Itwill be seen that by subjecting the entire engine to the cooling action of air. under pressure in accordance with this invention, all parts of the engine are cooled in addition to the cylinders, which maybe cooled in a conventional way by flowing air under pressure thereover through restricted orifices, and the heat of the spent cooling air is not permitted to circulate around the engine but is carried off to atmos phere. Inasmuch as the entire engine is thus sealed within the'air scoop or cowling, a fire seal is provided for the engine which seals any fire which might develop from the airplane structure, behind, in front, or around the engine.

Furthermore, because the spent cooling air is 1 carried off in a separate duct from the engine,

it is also. protected from flame within the air scoop or cowlin'g, so that it may be economically utilized as pre-warmed air from carburation without fire liability.

For a more complete understanding of the invention, reference may be had to the accompanying drawings, in which:

Fig. 1 is a horizontal section, partially schematic, through an aeronautical engine of the inverted in-line type, as seen along the lin i-lv of Fig. 2, and illustrates the arrangement of the air jacketing constituting the cooling arrangement of this invention; and

Fig. seen along the line 2-2 of Fig. 1.

Referring to the drawings, numeral Ill desig-' nates an aeronautical engine of the inverted inline type having crank case II and bottom camshaft housing l2, between which extend the cyl inders l3 comprising cylinder barrels I4 and cylinder heads l5, provided with horizontal cooling fins. The engine shown has six cylinders in line,

but a greater or fewer number may be utilized,

.or the engine may be of the V, H, X, radial, or

other type, depending upon requirements.

The entire'engine I0 is enclosed or jacketed in a suitable streamline cowling 18, which is closed at the rear by a fire wall l1 and has pref erably two air intake openings I8 and Is at the front, which may be symmetrically located at opposite sides of the engine. I 0. As illustrated in inders after having performed its cooling func- Fig. 1, the engine cylinders l3 are closely spaced, so that the edges of the fins of adjacent cylinders have relatively small clearance, providing substantiallytubular' air passages through the inter-cylinder spaces, these passages being de- 2 is a, vertical section therethrough as relatively small,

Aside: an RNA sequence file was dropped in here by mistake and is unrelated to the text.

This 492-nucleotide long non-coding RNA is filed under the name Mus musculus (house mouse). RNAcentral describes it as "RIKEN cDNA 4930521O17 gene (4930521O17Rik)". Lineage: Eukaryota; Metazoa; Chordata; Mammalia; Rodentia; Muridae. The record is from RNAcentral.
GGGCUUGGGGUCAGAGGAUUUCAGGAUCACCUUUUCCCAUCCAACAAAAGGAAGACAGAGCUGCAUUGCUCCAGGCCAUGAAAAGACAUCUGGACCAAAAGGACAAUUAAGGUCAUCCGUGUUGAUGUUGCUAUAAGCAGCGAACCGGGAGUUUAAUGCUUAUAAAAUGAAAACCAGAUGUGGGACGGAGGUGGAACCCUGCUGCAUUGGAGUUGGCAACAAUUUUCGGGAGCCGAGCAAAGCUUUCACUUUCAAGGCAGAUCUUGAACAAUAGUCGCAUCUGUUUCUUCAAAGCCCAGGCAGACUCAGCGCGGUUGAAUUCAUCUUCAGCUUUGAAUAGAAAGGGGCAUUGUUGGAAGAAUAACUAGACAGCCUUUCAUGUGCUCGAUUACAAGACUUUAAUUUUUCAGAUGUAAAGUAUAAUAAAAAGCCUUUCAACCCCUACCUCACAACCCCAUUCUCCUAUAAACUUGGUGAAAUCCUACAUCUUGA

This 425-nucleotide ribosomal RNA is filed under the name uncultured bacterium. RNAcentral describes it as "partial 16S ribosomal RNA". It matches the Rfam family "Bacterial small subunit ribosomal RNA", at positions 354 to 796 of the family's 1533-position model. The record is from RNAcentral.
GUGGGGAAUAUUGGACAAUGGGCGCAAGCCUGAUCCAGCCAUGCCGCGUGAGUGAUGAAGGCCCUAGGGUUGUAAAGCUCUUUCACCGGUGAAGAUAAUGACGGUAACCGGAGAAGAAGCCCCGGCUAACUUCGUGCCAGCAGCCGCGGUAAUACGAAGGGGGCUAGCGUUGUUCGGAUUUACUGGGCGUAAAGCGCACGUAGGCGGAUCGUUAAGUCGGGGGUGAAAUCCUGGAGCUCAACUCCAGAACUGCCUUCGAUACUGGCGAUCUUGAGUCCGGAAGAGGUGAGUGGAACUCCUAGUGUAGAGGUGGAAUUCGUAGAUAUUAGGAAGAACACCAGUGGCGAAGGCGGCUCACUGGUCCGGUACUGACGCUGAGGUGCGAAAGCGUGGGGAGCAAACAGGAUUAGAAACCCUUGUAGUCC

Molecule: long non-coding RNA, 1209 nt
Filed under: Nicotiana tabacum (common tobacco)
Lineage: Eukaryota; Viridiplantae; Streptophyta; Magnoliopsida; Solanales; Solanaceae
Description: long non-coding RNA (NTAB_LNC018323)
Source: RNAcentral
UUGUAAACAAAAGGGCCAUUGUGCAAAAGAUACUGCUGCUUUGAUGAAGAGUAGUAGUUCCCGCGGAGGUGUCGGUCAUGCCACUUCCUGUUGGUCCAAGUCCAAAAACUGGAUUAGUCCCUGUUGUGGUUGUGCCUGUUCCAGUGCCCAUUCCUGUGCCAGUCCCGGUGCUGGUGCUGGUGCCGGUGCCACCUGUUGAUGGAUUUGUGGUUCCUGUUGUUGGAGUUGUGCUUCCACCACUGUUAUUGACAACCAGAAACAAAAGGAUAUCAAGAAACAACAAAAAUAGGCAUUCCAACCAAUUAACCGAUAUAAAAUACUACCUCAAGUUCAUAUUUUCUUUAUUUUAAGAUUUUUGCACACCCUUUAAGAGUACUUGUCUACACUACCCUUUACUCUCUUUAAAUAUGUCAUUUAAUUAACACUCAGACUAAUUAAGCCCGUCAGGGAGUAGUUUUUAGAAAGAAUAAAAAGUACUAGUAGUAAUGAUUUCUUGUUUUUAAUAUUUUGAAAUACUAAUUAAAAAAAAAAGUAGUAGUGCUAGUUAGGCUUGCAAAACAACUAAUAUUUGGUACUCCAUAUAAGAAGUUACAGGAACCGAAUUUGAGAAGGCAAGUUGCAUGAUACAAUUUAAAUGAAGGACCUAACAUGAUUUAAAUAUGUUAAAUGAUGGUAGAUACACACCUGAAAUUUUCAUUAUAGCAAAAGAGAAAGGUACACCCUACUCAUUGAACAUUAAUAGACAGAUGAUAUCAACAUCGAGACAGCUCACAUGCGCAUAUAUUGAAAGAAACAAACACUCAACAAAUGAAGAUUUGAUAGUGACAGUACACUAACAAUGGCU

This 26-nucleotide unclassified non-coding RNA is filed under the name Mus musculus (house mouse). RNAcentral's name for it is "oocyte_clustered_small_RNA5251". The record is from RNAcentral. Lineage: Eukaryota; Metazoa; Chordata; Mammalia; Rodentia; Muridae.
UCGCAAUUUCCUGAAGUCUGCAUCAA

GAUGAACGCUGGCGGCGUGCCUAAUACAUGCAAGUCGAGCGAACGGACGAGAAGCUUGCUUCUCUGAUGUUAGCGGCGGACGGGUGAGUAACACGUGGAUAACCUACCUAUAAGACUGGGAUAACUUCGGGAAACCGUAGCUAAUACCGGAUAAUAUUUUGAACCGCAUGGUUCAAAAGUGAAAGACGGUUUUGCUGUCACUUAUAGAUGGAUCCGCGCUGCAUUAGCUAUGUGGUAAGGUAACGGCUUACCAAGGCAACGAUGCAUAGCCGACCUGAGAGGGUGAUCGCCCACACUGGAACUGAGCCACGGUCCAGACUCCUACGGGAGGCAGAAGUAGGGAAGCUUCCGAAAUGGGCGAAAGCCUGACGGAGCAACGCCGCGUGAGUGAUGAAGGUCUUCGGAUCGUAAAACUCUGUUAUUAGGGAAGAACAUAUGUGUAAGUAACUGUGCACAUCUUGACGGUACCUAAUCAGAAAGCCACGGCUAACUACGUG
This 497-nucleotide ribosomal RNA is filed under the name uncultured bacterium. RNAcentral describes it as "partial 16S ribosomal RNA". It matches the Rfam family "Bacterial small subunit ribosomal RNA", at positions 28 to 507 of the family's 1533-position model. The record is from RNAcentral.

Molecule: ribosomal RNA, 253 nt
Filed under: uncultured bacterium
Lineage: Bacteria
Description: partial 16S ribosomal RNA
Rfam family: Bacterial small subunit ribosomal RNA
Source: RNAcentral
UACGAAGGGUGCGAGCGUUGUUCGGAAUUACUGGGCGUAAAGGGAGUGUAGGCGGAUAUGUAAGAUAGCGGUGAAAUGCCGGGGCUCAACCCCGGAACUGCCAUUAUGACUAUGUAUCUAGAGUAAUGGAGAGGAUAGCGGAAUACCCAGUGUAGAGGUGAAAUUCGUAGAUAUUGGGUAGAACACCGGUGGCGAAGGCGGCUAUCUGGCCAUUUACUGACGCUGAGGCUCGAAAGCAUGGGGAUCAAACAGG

fined by the surfaces of adjacent fins and the walls ofthe corresponding cylinders.

Interposed in the inter-cylinder spaces between the cylinder barrels H are bafiles which rest on the fins 2|. These bailles 20 extend the full height of the cylinder barrels l4, and provide leakage ports of small area between the vertical edges of the bailies 20, the surfaces of the adjacent cylinder barrels H and the horizontal surfaces of the adjacent fins 2|. The baflies 20 may I be resiliently held in place by clips 22 engaging the fins on the opposite sides. of the cylinders and connected to the baffles 20 by springs 23. Although not so shown on the drawings, these bailles may also extend between the cylinder heads, or separate cylinder head baffles may be used.

Thefins of the leading cylinder [3 are engaged by a bafile plate 24, which extends from the crank case II to the camshaft housing l2, that is, the full height of the cylinder l3, including the cylinder barrel I4 and cylinder head l5, so as to provide leakage paths only between the fins. Similarly, the fire wall I! is extended forwardly to form the baflie plate which extends the full height of the corresponding rear cylinder l3 and provides leakage paths only between the fins of the cylinder barrels H and cylinder head 15. As shown in Fig. 2, thecylinder heads I5 are enlarged so that only narrow leakage ports remain between them.

Enclosing the air discharge side of the bank of cylinders i3 so as to collect the spent cooling air passing baffles 20, 24 and 25, is a duct or Jacket 26 of any desired shape, depending on requirements. In the particular arrangement shown,

the duct 28 has an upper wall 21 secured to, or